At a time when the Jewish community is becoming increasingly inclusive of its LGBTQ members, the wider LGBTQ community may be growing less welcoming to its pro-Israel members. At the Chicago Dyke March last Saturday, three women were asked to leave because they were carrying Jewish Pride flags, which consist of two rainbow stripes with a blue Star of David in the center, in the style of an Israeli flag.
In a statement on Twitter released on Sunday afternoon, organizers of the Chicago march said that those carrying the Jewish Pride flags were asked to leave after they “repeatedly expressed support for Zionism” in conversations with march organizers. “The Chicago Dyke March Collective is explicitly not anti-Semitic,” they wrote. “We are anti-Zionist.”
Though the LGBTQ community has grown accustomed to attacks from the right, intersectionality, the movement to align social justice causes with one another to further their goals, pits left-wing causes against Zionism. At the Celebrate Israel parade earlier this month, the LGBTQ coalition was infiltrated by Jewish Voice for Peace, a Jewish activist group that supports Israeli withdrawal from the West Bank and the BDS (boycott, divestment and sanctions) movement. The protesters, who posed as members of the LGBTQ marching group, were there to counter “pinkwashing,” the distraction from Israel’s treatment of Palestinians by focusing on Israel’s openness to the LGBTQ community.
“I refuse to let anyone suggest that it is paradoxical or hypocritical to be a lover of Israel and a lover of humanity in this way.” – Rabbi Lewittes
“I find that Pride parades are becoming more tepid about the prominence of Israeli symbolism and Israeli flags and the idea that you can be queer and Zionist,” said Hannah Simpson, an LGBTQ activist and participant at the New York Pride parade. Simpson marched with the Jewish cluster, led by Congregation Beit Simchat Torah, a leading LGBTQ synagogue in Chelsea.LGBTQ Jews who support Israel are increasingly finding themselves caught in the crossfire between the two causes.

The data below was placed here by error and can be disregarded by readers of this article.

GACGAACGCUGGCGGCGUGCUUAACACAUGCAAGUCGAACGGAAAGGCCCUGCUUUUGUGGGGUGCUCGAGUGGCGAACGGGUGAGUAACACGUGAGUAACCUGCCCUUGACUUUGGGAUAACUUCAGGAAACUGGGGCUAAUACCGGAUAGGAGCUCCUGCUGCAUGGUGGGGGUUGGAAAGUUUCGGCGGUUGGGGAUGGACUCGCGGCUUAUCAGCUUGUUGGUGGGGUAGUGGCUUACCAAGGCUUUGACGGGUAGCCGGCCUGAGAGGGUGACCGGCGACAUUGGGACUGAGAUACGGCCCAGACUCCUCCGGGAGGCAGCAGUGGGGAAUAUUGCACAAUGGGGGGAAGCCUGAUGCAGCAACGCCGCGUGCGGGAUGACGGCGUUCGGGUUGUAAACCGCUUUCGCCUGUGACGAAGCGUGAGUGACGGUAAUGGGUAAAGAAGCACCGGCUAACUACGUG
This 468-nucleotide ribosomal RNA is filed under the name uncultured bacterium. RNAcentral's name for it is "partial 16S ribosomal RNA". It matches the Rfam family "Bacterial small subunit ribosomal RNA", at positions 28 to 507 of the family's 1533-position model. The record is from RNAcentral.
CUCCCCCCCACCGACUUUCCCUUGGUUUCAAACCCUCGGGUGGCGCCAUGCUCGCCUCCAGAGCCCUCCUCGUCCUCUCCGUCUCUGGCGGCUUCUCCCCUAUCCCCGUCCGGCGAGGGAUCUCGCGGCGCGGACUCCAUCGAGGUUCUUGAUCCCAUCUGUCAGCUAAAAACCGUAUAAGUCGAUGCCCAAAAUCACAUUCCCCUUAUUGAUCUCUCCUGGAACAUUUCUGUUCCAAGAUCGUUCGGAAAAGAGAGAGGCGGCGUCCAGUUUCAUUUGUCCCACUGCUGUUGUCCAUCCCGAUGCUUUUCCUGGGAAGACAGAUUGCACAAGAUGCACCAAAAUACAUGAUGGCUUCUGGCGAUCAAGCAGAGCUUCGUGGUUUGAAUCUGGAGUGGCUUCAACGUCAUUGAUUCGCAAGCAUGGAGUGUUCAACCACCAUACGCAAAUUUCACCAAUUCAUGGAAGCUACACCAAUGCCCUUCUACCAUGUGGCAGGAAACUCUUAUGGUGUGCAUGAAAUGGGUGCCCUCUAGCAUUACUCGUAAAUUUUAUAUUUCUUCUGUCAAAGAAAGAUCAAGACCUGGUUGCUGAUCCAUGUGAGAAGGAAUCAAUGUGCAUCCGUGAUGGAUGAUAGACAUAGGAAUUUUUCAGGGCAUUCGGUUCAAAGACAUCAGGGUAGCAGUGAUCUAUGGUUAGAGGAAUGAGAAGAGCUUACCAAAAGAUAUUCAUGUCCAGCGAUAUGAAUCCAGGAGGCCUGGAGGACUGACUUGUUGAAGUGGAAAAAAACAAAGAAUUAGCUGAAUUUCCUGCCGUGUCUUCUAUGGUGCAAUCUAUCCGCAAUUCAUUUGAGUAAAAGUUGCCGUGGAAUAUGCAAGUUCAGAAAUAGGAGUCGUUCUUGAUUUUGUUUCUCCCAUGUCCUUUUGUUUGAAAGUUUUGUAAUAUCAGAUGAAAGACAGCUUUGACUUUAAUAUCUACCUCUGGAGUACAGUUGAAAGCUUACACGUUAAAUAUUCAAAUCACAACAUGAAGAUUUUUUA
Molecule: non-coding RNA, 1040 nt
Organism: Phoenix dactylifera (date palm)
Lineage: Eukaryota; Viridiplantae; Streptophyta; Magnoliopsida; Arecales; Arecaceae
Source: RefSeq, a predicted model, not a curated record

“I think of all the marginalized communities that should know what it means to be ‘othered’ and cast out,” she said. “To see us now doing that to ourselves is tremendously alarming.”
At a brunch for Jewish marchers at the New York City Pride Parade hosted by a number of Jewish organizations, Jewish Queer Youth executive director Mordechai Levovitz gave a rousing speech encouraging the marchers to march with pride while respecting those who disagree with them. “The idea of a community is that we can disagree and still love each other,” said Levovitz. “We need to hear not only the people who think like us, but especially the people who don’t think like us.”
While some attendees worried that there could be tension at the parade, many took it in stride. “I would say that I’m a little bit more vigilant and a little more cynical,” said Sean Herzfeld, a teen from Westchester who recently graduated from Westchester Hebrew High School. His mother, Emily Herzfeld, agreed. “It’s nerve racking but you got to live it,” she said. “What am I going to do cower in my bed the rest of my life?”
While recognizing Israel’s shortcomings, Rabbi Adina Lewittes of Sha’ar Communities, a non-denominational synagogue in Fort Lee, N.J., insisted that support of Israel and LGBTQ are not contradictory. “I think it’s so important to be here to not succumb to those kinds of easy and way too facile condemnations,” said Rabbi Lewittes. “I refuse to let anyone suggest that it is paradoxical or hypocritical to be a lover of Israel and a lover of humanity in this way.”